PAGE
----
Reed Smith partner David Fawcett had pursued the wrongful conviction case since 2008, co-counseling the matter with Jason Hazlewood, who is managing partner of the Pittsburgh office.
After more than a decade of hard work, the firm’s pro bono efforts with the Pennsylvania Innocence Project culminated in Greg Brown, now 44, securing a deal that ultimately led to his release. Brown was convicted of arson when he was 19 – based upon bad arson science and the testimony of two witnesses whom the Bureau of Alcohol, Tobacco & Firearms secretly paid for their testimony.
“Greg’s 25-year nightmare can now be put behind him but his situation calls out for action to prevent wrongful convictions in the future,” Fawcett said. “There has to be accountability for government officials who don’t follow the law and – for that to happen – there needs to be change.”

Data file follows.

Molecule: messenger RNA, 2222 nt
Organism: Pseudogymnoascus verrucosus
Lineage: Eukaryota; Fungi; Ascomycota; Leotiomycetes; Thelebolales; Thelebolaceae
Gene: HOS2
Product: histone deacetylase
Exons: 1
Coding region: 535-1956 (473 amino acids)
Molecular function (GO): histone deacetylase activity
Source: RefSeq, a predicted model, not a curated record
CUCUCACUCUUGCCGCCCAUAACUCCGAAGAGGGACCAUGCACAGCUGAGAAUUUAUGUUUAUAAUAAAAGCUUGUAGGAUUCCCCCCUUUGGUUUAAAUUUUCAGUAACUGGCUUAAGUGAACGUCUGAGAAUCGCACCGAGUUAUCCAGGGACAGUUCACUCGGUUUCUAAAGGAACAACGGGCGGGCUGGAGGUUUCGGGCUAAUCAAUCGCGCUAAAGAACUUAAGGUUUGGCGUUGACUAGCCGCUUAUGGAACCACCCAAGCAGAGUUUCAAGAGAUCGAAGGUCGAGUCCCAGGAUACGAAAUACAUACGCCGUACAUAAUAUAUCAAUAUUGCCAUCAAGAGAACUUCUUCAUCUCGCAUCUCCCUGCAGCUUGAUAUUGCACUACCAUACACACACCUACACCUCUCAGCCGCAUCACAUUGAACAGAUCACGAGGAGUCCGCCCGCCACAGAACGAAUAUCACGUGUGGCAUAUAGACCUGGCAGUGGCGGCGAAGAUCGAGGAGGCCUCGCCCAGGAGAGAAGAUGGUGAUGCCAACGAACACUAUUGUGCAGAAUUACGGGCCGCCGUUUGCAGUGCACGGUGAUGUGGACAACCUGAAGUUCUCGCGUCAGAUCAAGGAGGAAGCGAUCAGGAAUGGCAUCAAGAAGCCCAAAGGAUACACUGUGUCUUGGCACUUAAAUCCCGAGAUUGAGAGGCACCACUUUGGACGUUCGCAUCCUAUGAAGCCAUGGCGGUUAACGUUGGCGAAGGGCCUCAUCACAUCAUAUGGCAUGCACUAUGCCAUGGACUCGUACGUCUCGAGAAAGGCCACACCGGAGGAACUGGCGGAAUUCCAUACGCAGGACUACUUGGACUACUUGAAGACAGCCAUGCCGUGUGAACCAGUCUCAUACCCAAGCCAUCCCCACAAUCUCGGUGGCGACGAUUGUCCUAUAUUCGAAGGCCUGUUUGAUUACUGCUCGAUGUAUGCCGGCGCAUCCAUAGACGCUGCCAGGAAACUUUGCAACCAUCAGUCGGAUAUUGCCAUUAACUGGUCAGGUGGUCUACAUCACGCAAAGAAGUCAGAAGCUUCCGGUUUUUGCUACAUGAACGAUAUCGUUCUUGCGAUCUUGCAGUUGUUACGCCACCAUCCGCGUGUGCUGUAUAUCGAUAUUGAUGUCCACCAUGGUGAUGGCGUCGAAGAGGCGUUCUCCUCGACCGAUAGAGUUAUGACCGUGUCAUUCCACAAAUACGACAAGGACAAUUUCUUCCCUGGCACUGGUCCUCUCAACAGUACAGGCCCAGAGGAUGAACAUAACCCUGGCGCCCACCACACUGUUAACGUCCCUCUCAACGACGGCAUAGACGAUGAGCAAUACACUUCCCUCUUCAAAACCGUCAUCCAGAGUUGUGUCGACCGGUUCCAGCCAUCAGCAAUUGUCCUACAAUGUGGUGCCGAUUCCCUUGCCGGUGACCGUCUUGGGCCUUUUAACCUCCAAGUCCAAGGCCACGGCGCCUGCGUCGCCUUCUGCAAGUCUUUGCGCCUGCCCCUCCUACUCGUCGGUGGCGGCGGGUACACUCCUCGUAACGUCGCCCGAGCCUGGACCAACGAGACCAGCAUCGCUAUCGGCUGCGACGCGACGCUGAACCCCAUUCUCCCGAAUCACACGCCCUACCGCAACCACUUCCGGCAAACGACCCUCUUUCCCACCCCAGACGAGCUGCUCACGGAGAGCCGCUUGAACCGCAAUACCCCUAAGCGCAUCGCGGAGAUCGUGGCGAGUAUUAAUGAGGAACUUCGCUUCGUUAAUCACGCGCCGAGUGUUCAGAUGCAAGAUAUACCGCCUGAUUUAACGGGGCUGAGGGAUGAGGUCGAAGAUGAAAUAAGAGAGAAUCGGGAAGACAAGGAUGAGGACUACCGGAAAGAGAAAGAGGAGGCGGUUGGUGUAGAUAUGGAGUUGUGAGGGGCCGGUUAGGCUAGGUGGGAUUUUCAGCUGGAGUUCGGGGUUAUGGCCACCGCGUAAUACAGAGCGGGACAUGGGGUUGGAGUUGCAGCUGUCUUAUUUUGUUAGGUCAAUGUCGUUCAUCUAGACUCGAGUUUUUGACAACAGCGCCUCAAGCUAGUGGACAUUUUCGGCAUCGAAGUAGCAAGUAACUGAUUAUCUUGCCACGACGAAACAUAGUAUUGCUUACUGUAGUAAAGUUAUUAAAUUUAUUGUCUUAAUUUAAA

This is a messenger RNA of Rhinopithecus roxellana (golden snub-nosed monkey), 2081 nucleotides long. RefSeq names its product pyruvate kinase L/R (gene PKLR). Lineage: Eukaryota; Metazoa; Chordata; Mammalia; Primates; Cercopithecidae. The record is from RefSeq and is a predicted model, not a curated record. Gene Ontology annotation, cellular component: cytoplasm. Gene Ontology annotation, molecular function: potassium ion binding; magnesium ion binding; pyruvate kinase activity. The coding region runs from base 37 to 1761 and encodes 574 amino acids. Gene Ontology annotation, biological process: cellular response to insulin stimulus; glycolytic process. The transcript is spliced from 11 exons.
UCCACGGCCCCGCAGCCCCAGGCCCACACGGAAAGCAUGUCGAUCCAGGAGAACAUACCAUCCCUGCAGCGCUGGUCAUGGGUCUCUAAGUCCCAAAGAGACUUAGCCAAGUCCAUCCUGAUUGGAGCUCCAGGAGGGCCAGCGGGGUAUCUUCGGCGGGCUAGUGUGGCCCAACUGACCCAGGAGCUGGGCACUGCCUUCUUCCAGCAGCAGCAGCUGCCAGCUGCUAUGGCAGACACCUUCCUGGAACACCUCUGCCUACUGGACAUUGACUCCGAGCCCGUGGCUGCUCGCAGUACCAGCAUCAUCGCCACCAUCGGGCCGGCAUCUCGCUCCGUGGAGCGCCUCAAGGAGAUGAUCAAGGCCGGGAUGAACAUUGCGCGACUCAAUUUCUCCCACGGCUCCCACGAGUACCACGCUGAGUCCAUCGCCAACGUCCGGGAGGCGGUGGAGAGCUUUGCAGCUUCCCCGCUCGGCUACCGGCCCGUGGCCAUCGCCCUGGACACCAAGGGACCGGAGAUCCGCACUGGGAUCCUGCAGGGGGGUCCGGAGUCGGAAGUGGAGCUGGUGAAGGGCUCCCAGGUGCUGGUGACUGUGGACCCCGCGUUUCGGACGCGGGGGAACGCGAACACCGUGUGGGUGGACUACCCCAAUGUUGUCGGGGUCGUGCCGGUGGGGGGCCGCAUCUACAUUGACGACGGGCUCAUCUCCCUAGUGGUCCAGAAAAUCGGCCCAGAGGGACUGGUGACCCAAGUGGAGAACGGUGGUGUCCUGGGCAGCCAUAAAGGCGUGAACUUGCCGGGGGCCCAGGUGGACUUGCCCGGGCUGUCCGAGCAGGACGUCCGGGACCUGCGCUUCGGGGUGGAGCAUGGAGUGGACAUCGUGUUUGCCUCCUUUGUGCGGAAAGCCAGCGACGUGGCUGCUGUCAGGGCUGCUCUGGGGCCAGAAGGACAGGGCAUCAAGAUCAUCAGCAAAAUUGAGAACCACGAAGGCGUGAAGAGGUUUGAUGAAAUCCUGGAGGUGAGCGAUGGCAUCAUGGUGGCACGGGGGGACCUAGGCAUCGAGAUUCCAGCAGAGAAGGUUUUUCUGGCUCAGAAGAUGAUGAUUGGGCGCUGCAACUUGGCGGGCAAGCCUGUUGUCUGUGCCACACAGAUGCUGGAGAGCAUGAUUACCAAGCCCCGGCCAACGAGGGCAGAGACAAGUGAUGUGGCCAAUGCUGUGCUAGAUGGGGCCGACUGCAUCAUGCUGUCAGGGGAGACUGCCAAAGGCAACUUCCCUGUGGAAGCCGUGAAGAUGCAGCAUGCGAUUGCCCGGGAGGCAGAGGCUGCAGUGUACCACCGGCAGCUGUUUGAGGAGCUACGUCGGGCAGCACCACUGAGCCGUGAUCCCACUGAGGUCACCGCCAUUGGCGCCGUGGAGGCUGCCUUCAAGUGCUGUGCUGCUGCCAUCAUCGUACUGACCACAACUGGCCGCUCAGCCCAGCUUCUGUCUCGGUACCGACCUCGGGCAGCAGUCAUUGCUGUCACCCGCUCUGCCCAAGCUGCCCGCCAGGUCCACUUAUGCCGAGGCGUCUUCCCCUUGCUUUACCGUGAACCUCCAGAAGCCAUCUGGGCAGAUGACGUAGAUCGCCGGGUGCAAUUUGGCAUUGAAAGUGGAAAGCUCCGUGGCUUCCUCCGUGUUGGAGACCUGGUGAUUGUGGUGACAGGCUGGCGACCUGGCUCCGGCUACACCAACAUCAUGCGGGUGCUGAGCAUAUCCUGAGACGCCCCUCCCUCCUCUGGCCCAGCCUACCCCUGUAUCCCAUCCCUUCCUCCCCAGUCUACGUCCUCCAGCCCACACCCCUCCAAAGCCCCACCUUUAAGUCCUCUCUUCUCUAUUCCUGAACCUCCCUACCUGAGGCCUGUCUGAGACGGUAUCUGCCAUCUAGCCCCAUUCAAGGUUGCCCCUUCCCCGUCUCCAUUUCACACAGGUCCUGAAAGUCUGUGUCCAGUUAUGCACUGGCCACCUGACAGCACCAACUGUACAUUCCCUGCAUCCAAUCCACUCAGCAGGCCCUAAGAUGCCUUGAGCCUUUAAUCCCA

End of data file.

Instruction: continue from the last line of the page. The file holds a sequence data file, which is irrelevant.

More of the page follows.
Reed Smith’s pro bono efforts won Brown a new trial. After finding evidence of outrageous government abuses and deception in the case, the pro bono team secured an award vacating Brown’s conviction in 2014. The Pennsylvania Superior Court affirmed the Court of Common Pleas’ decision, and the Pennsylvania Supreme Court denied the District Attorney’s request for another appeal.